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Beads - a showcase of Africa's heritage
It is an inspiring success story. In 1969, Alan Donovan - one of the last Americans sent to Nigeria by the US State Department during the Biafran war - decided he no longer wanted to be a bureaucrat. He learnt French, bought a Volkswagen bus and drove across the Sahara.
He began buying beads and artefacts, beginning what has now become Africa's largest collection of original works of art, handicrafts and jewellery. Reaching Kenya, Mr Donovan spent three months in Lake Turkana, an area little known to foreigners. He began making jewellery, using beads and the shells of ostrich eggs, inspired by the earrings of Turkana women, which few people at that time had even seen.
"The earrings were beautiful, but there was no way a Western woman could wear them the way an African woman could," Mr Donovan explains. "I just made them more wearable."
A former Kenyan foreign minister, Joseph Murumbi, became interested in Mr Donovan's jewellery. Thus, the two men and Mr Murumbi's wife, Sheila, set up their first shop. Demand for their jewellery proved so great, they set up several larger workshops employing hundreds of artisans who have produced over a million designs for the global market.
African Heritage jewellery has been exhibited at the Los Angeles County Museum of Natural History, The Carcoran Gallery of Art in Washington DC and The Museum of Natural History in New York. It is now available in New York, Los Angeles, London, Cape Town, Zanzibar's Stone Town and across Kenya. One of their latest venture is the African Heritage Gallery, in Nairobi's Carnivore restaurant, opened in December 2000. The building is based on the mud architecture of Africa, especially the mud mosques at Timbuktu and Djenné in Mali.
More than just a shop, the gallery also contains a mini-museum, The African Bead, tracing human history in Africa for the past 12,000 years through its beads. Through 30 illuminated small theatres, The African Bead, explains mankind's fascination with adornment, from the first bead discovered in Africa to modern jewellery designers.
Beads have been worn for decoration, as insignia or royalty, for magical and curative powers and as a badge of wealth. Beads were buried in the tombs of kings as their most cherished possessions. They were bartered for ivory, goldá and for human lives during the slave trade. Beads were even used to purchase the island of Manhattan in New York City, now the most valuable piece of real estate in the world.
The journey starts with the oldest bead found in Africa in about 10,000 BC, which was chipped from the thick shell of the ostrich egg in what is now the Kalahari Desert. The story of African beads may however be even more fascinating than portrayed at the centre as archaeologist Chris Hens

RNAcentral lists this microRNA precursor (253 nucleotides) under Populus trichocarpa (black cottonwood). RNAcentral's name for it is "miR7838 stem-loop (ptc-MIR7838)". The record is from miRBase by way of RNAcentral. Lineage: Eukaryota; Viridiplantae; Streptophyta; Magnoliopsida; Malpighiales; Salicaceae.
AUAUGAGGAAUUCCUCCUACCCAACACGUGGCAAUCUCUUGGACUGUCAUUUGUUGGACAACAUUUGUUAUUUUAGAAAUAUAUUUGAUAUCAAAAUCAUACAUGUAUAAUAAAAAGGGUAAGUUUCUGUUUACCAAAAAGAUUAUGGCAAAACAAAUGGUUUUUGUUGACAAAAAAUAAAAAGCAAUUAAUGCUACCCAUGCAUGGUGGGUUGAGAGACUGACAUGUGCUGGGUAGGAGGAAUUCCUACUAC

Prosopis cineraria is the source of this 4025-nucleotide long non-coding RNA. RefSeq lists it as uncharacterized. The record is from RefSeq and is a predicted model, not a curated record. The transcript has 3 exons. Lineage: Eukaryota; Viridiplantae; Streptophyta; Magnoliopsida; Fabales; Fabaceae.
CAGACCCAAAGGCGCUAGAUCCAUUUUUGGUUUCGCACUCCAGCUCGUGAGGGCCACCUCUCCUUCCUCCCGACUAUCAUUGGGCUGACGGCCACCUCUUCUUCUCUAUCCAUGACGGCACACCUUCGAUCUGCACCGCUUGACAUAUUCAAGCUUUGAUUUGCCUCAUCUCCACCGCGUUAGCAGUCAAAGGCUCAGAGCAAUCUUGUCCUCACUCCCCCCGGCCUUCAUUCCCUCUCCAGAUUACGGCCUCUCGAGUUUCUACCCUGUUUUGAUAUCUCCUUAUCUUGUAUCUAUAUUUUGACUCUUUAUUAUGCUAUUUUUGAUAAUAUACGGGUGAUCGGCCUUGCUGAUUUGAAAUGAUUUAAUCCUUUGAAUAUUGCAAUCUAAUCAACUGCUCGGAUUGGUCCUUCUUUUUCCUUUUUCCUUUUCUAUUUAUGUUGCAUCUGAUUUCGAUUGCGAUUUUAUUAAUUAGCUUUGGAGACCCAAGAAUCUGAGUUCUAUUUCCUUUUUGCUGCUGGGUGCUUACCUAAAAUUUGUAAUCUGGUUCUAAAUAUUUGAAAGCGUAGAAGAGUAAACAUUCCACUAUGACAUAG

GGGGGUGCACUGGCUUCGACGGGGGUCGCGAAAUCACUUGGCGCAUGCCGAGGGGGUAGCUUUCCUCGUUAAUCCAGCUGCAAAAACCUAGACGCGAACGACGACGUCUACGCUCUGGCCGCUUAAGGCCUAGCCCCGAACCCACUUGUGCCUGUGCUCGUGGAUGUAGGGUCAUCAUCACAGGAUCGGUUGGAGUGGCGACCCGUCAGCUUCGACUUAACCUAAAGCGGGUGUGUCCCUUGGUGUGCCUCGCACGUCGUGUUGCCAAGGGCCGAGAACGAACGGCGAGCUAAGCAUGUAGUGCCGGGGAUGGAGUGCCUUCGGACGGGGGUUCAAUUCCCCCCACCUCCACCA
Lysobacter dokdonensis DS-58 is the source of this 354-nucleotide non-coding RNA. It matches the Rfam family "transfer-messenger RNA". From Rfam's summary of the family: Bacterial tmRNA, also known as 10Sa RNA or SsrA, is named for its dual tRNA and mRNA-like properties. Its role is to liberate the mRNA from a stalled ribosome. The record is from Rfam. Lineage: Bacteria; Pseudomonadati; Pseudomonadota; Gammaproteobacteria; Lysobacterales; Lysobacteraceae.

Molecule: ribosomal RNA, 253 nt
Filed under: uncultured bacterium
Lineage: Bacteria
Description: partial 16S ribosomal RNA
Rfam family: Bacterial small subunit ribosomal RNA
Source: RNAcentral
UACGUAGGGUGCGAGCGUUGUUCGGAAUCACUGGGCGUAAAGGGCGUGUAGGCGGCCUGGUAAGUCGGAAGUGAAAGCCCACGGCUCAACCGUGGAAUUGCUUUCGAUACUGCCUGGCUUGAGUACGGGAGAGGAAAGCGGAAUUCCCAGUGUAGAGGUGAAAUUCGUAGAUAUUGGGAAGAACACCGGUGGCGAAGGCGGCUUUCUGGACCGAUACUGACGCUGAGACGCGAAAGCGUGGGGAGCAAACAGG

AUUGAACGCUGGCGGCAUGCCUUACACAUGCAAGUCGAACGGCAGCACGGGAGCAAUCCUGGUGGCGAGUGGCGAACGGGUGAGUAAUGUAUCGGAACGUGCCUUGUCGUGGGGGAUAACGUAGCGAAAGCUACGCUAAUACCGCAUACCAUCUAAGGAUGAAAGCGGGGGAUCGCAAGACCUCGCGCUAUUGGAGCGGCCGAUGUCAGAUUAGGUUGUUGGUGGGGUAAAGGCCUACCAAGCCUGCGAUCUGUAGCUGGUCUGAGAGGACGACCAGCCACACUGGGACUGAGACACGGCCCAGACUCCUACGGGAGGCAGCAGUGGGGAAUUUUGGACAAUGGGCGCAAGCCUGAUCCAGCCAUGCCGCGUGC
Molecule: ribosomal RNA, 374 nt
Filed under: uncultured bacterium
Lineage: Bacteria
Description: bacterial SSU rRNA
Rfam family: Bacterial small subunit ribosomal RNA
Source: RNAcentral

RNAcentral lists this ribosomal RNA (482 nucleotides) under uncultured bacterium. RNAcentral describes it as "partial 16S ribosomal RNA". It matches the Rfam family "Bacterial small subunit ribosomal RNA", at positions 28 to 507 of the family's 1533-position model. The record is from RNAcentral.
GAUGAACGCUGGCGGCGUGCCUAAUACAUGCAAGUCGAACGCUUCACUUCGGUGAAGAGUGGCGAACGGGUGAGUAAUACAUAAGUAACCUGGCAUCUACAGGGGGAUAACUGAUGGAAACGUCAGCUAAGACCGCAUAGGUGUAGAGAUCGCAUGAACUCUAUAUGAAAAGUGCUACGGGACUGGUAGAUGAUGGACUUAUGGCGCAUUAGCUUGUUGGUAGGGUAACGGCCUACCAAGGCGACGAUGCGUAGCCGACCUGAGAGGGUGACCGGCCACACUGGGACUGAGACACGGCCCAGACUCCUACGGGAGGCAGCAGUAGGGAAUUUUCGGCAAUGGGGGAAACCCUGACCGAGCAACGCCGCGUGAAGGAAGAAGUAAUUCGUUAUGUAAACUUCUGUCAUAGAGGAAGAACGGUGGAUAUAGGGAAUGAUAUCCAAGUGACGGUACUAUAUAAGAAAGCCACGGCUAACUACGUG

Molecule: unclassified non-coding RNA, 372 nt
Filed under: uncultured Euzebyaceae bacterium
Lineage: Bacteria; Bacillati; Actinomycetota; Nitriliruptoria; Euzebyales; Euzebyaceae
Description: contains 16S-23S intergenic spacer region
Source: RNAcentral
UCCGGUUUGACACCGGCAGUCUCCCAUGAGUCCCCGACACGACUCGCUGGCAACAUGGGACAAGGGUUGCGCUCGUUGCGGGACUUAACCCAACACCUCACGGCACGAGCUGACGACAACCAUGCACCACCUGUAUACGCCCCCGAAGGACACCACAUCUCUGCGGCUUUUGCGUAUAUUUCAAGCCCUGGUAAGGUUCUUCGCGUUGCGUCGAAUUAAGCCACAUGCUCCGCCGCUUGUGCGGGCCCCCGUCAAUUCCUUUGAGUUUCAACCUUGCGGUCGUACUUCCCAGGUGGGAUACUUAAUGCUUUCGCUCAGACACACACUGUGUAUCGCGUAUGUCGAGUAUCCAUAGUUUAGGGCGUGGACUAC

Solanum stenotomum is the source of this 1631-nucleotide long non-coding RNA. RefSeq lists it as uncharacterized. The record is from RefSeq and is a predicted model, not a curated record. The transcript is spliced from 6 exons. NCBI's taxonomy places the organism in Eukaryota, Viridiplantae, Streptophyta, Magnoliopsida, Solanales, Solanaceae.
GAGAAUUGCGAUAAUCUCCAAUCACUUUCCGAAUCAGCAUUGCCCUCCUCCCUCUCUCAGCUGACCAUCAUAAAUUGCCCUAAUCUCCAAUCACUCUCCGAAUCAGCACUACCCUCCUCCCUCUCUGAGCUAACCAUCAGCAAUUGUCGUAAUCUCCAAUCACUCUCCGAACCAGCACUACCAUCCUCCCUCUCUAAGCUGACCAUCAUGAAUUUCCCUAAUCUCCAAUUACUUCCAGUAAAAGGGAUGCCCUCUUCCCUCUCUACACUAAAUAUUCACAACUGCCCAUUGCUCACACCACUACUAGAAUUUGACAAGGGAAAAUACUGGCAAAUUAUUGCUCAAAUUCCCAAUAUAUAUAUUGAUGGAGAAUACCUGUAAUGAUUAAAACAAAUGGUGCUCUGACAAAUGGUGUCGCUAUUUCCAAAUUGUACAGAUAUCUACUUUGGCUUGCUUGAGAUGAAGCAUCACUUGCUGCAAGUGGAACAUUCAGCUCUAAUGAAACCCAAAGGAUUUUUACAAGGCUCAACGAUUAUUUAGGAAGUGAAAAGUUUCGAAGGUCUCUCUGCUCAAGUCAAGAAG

The Kenyan journey however starts about 12,000 years ago. Other such beads, around 10,000 years old, were also found in present day Libya and Sudan. For centuries, similar beads were chipped of eggshell by Kenya's Turkana women and used as dowry, or akarim. However, they have now been prohibited to wear the beads because of laws to protect Kenyan wildlife.
The first bead made in Africa was created of a special soft clay called faience, which is usually vivid blue or dusky green. Faience tubes and beads were woven into elaborate collars for deceased royalty and millions of beads were buried with kings in Egyptian tombs. The ancient Egyptians worshipped the scarab beetle, believing that the insects were reincarnations of their ancestors. They fashioned faience - which they believed to be magical - into beetle shapes and used them as royal seals on the tombs of pharaohs. Faience beads are still being made using the same age-old techniques in Egypt.
By the fourth century, caravans of glass and stone beads from European, Indian and Middle Eastern traders were arriving across the Sahara. Beads were a focal point of the empires which developed out of these trade markets.
Cowrie shells, valued for their shape symbolising female fertility, have been used as legal tender for many centuries. Billions were brought in by the Portuguese in the 19th century, though they have been found in African burial sites dating back to 8000 BC.
In the Old Kingdom of Benin, beads were so important that a ceremony named 'The Honour of the Beads' was established many centuries ago, similar to knighthood in Europe. Once a year, the Oba (King) rode through the city, personally conferring upon specially selected subjects the honour of wearing the royal bead. To appear before the Obas without wearing the beads thereafter was an offence punishable by death.
At first these royal beads were hand carved of jasper and carnelian, mined locally or imported from India. Coral beads were then introduced by the Portuguese in the 16th century. Whole shirts and tunics of Benin court costumes were made of them. The coral clothes were so heavy, an Oba could only walk supported by two attendants.
Commoners were forbidden by execution from wearing royal beads, so clever imitations were made as far back as the 17th century. These old glass beads are nearly as treasured now as the royal beads. Benin and Nigerian Yoruba royalty still wear coral beads, as well as the ancient beads made of agate and jasper.
All the beads on display at The African Bead were collected by Alan Donovan on twice yearly trips covering more than 20 African countries. He then fashions them into jewellery based on traditional designs. "I think Africa's indigenous and cultural heritage is under-appreciated, both in Africa and worldwide" he says. "This is a step toward preservation."
By Katy Salmon & afrol News editors
© IPS / Katy Salmon / afrol News
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